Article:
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3 j inches, and tail externally 2$ inches; bill to forehead above ?inch and tarse f inch; 2nd and 3rd primaries equal and longest, the 4th and 1st successively a trifle shorter. Summer aspect of plumage uniform dusky above, inclining to greyish on the shoulders and rump, and everywhere margined with dark claret-red; throat, and occipital stripe commencing at each eye, with the lower parts below the breast, fine dark roseate; crown and breast margined with deeper claret-red; tail a little forked, and dusky ; wings dusky-brown, their coverts margined with dull-red, the tertiaries towards the end of their outer webs with ruddybrown, and the primaries with pale brown: bill shaped as in a British Redpole, or nearly as in Carduelis, and dusky above, paler beneath; feet dark brown.

56. L.fusca, Nobis. Allied to L. cannabina, but the beak more lengthened and bulging laterally about the middle, wherein it differs from L. latttrata and the other Redpoles. Length of a female 5f inches, of wing 3 J inches, and tail externally 2£ inches, being a little furcate ; bill to forehead £ inch, and tarse f inch : 3 first primaries sub-equal, the 2nd somewhat the longest, and the 4th shorter than the first. Colour uniform doll ashy olive-brown, a little fainter below, and paled on the middle of the belly and tips of the under tail-coverts: the back having a very slight cast of orange, more developed on the rump and upper tailcoverts, where mingled with dull red; wings and tail dusky, more or less edged with orange brown : bill dusky above and at the tip, the lower mandible paler : feet pale brown.

I shall now conclude by describing three other species of birds which I suspect are new.

Pica megaloptera, Nobis. This is the fourth species of true black and white Magpie with which I am acquainted, and it is readily distinguished from the others by its larger size, and more particularly that of the wings, while the tail is proportionally less elongated, and by the absence of any grey band across the rump. Length 18 to 20 inches, of wing from bend 9$ to 9f inches, and middle tail feathers 10 to 10J inches; bill to commencement of frontal plumes 1£ to 1-$ inch, and tarse 2 to 2f inches. Plumage and markings exactly similar to those of the Common Magpie, except that the glosses are somewhat different (as. I observed upon formerly comparing two specimens in the Asiatic Society's Museum with examples of the true British Magpie brought by Dr. Cantor from Chusan) ; and the plumage of the rump is everywhere broadly black-tipped, through dull cinereous within. Inhabits Bootan.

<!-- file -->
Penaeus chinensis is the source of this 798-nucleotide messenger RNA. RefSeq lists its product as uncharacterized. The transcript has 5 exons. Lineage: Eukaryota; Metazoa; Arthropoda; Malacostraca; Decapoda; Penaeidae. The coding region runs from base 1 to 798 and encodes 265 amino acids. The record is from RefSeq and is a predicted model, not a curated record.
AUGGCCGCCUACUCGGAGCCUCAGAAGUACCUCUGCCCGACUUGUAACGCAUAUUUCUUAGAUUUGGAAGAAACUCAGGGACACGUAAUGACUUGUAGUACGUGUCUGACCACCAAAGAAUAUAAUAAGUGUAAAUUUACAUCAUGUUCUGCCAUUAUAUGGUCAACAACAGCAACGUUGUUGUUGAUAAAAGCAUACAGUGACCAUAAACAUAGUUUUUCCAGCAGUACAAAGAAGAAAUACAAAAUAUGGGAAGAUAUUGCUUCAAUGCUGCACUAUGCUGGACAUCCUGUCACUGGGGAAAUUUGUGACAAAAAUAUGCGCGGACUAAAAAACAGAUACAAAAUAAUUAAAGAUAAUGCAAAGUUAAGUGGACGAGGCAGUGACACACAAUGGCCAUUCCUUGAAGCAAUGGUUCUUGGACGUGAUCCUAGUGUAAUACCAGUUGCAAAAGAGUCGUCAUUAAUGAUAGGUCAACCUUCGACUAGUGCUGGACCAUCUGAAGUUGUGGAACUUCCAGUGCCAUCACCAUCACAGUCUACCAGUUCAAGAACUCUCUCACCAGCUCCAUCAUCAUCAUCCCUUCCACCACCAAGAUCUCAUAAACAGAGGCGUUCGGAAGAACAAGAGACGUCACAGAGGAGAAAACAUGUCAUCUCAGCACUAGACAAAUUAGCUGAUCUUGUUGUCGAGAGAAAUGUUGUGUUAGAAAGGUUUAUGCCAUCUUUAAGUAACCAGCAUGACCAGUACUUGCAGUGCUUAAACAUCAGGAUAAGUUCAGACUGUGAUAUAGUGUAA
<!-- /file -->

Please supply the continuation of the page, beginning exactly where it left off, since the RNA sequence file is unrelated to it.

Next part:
Ampeliceps, Nobis. Allied to Pastor, but the bill more sharp-pointed and widening to its base, having the terminal third moderately compressed, and the ridge of the upper mandible obtusely angular; nostrils large and impended by bristly feathers, and the gape unarmed. Tarse and toes much shorter and more robust than in Pastor, the former not exceeding in length the middle toe with its claw, and the claws also rather short, stout, and much curved. Wings reaching beyond the middle of the tail, having the first primary minute, the 2d and 3d nearly equal, the second being longest. Skin thick, and plumage rather firm and glossy.

A. coronatus, Nobis. Length 8 inches, of wing from bend 5 J inches, and tail 2| inch ; bill to forehead J inch, and to gape 1 inch; and tarse £ inch. General colour black with a steel shine; the forehead, lores, crown and occiput, chin and throat, together with a large wing-spot on the base of the outer webs of the primaries excepting the first one,—bright yellow; the coronal feathers slender and rigid, and those of the sides of the forehead erect and curving over towards the mesial line, forming a frontal crest somewhat resembling that of Pastor cristatellus: inner webs of all the primaries yellowish-white at base, producing a large mark of this colour on the under surface of the wing. Bill dusky black, and legs apparently yellowish-brown. Tenasserim.

Titnixos, Nobis. A puzzling form, as regards its exact position, combining the characters of many very different genera. The bill is quite Parian, or shorter than the head, strong, higher than broad, the ridge of the upper mandible obtuse, and its tip slightly emarginated; both mandibles are nearly of equal length, having their outlines distinctly accurved: naral orifices a round aperture in the fore-part of the nasal membrane: the gape feebly bristled. Tarse elongated and slender, the toes moderate, the outermost longer than the inner toe, and the claws compressed, that on the hind toe much the strongest and the most curved. Wings having the 4th and 5th primaries equal and longest, the 3d being a trifle shorter: tail even, and otherwise much resembling that of Tricophorus. The wings and tail arc tolerably firm, but the rest of the plumage is excessively light, soft, and unsubstantial.

T. mcruloides, Nobis. Length 7^ inches, of wing 3j inches, and tail the same; bill to forehead ~ inch, and to gape ~ inch; tarse 1J inch. General colour dull brown, paler underneath, and having a slight rusty tinge on the rump, flanks, and belly; throat and fore-neck whitish, bdistinctly spotted with brown; tail slightly washed with yellow, as more conspicuously seen on its under surface; the greater wingrorerts, and tertiaries in part, rufous-edged, and a faint trace of yellowish on the margins of the primaries and secondaries. Bill dusky, and legs brown, neither light nor dark. Locality uncertain.